Paul Manafort worked as a manager for the Trump campaign for approximately three months back in 2016.
A high-profile trial has been taking place over the last three weeks in the courtroom of Judge T. S. Ellis. Manafort has been charged with eighteen counts of income tax evasion and bank fraud. The jury in the case is presently deliberating.
Still smarting from the unexpected results of the 2016 election, many in the mainstream media have been feverishly covering each step of the investigation being conducted by Special Counsel Robert Mueller as well as the Manafort trial, which they view as the singular most important legal event for Mueller thus far.
However, two recent events that happened during the trial have seemingly generated concern and even anxiety within the mainstream media over the possibility that the trial’s outcome may not be the one for which the outlets had longed.
First, Manafort’s defense team rested its case without presenting witnesses or actual evidence of any kind, making it abundantly clear that the defense lawyers were taking the position that the prosecution had not met its burden of proof.
Second, while still in the process of deliberating, the jury asked four questions of Judge Ellis.
The first three questions dealt with relatively trivial matters concerning forms, exhibit lists, and such. However, the fourth question, which requested that the judge “redefine reasonable doubt,” set off waves of nervous discussion within mainstream newsrooms.
In this case, the burden of proof that rests on Muller’s shoulders is to present sufficient evidence so that the jury will be convinced beyond a reasonable doubt that Manafort is guilty of the crimes with which he has been charged.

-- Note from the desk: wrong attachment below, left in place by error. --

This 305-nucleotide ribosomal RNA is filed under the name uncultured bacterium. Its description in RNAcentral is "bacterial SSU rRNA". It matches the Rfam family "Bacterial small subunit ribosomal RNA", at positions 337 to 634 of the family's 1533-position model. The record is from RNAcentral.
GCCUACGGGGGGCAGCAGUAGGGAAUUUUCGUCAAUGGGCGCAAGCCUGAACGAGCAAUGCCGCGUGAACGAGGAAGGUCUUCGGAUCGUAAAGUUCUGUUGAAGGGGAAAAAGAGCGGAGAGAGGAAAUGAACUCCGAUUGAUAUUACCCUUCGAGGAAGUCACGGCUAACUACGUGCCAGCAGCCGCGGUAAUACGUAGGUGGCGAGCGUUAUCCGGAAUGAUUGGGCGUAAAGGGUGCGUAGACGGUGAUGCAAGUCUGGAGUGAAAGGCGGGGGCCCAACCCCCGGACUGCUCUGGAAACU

By inquiring about the “reasonable doubt” standard, it could well be the case that the jury had been wrestling with the issue of whether or not the evidentiary burden had been met, which could indicate that a possible hung jury, or even an acquittal, is forthcoming.
Either of the above results would constitute a major blow to the already sinking reputation of the special counsel probe. The partisans that populate the newsrooms of the mainstream media would not be able to tolerate such a result.
This may explain why CNN, the Washington Post, BuzzFeed, Politico, the New York Times, NBC Universal, and the Associated Press sprang into action and had their lawyers file a motion to seek the release of the full names and addresses of every one of the jurors.
The timing of the request is extremely suspicious, and there is little, if any, newsworthiness in obtaining this type of information. The mainstream media were apparently unconcerned with the names and addresses of the jurors when they were selected weeks ago, yet they rushed into court to seek the unveiling of the jurors’ names and addresses on the day after the same jurors inquired about the meaning of “reasonable doubt.”
Fortunately, Judge Ellis ruled against the motion, and in the process revealed that he had personally received death threats and therefore had to be guarded by federal agents.
Judge Ellis also indicated that he was convinced that the jurors could be placed in harm’s way if their names and personal contact information were released. He additionally told the courtroom that the jurors were “scared” and “afraid.”
This jury has not been sequestered. The media outlets that filed the motion are fully aware that there is a high probability that the individual jurors will find out that a host of wide-reaching news organizations were seeking to expose their names and locations.
Manafort has a constitutional right to a trial by a jury of his peers. The jurors, who are fulfilling a civic duty, should have their personal privacy respected during the deliberation process. Outing the names of jurors would be an unethical and egregious interference with due process.